Tesla’s Musk weighs into Aussie EV debate
TESLA boss Elon Musk has weighed into Australia's electric car debate.
Electric cars have become a hot topic in Australia following Labor's pre-election announcement that it will aim for half of Australia's new cars to be electric by 2030.
The aim was called into question by Coalition members sceptical of overambitious charging times, whether tradies would be willing to give up their utes, and whether electrical infrastructure is robust enough to handle 500,000 new electric vehicles hitting the road each year.
Atlassian founder Mike Cannon-Brookes told News.com.au he is "incredibly frustrated" by a change in tune from the Federal Government which "will be on the wrong side of history".
Mr Cannon-Brookes tweeted that "I'm pretty sure Elon wouldn't think 50 per cent of new vehicles sold being electric in 11 years is in any way 'ambitious'."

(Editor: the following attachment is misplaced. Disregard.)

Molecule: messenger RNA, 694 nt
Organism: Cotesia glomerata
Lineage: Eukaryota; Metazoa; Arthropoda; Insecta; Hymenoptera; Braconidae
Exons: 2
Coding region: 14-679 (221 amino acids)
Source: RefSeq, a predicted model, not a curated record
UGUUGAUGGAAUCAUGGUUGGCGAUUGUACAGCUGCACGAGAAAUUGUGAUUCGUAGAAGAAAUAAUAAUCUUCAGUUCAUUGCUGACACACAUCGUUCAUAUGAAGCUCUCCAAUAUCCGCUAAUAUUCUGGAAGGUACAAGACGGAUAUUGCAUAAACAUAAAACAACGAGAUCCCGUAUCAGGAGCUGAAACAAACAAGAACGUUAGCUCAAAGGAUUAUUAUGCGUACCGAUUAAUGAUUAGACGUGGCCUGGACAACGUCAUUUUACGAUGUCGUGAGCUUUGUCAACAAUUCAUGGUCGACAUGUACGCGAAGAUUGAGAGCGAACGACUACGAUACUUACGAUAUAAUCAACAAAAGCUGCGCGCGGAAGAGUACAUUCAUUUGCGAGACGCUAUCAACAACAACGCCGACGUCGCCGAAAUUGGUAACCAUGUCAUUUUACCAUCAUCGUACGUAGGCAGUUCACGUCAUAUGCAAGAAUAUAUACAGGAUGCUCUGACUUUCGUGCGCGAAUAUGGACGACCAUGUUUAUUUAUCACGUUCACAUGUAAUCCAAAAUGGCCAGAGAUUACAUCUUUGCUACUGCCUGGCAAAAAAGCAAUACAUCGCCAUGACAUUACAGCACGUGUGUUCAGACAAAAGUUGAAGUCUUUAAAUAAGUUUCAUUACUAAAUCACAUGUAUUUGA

The outspoken Tesla founder left his 25.6 million Twitter follows with little doubt.
"Norway has already proven it could be done last month," Musk said.
"No question Australia could do this in far fewer than 11 years."
Electric vehicle sales have overtaken conventionally powered cars in Norway, where battery-powered machines are exempt from a 25 per cent sales tax and registration fees, among other incentives.
Though electric vehicles represent less than 1 per cent of new car sales in Australia, a flood of new models could turn the tide.
Hyundai introduced relatively affordable electric versions of its Ioniq small car and Kona SUV in Australia this year, joining the likes of Tesla's luxury Model S sedan and Model X SUV. Jaguar's I-Pace electric SUV will be joined by Audi's e-tron and the Mercedes-Benz EQC this year.
Nissan's $49,990 Leaf electric hatch hits showrooms in August, and it will be followed by a sub-$100,000 Tesla Model 3, battery-powered Mini Cooper, Porsche's hotly-anticipated Taycan, BMW's iX3, Volvo's Polestar 2 sedan and Volkswagen's ID hatch in the next 12 months or so.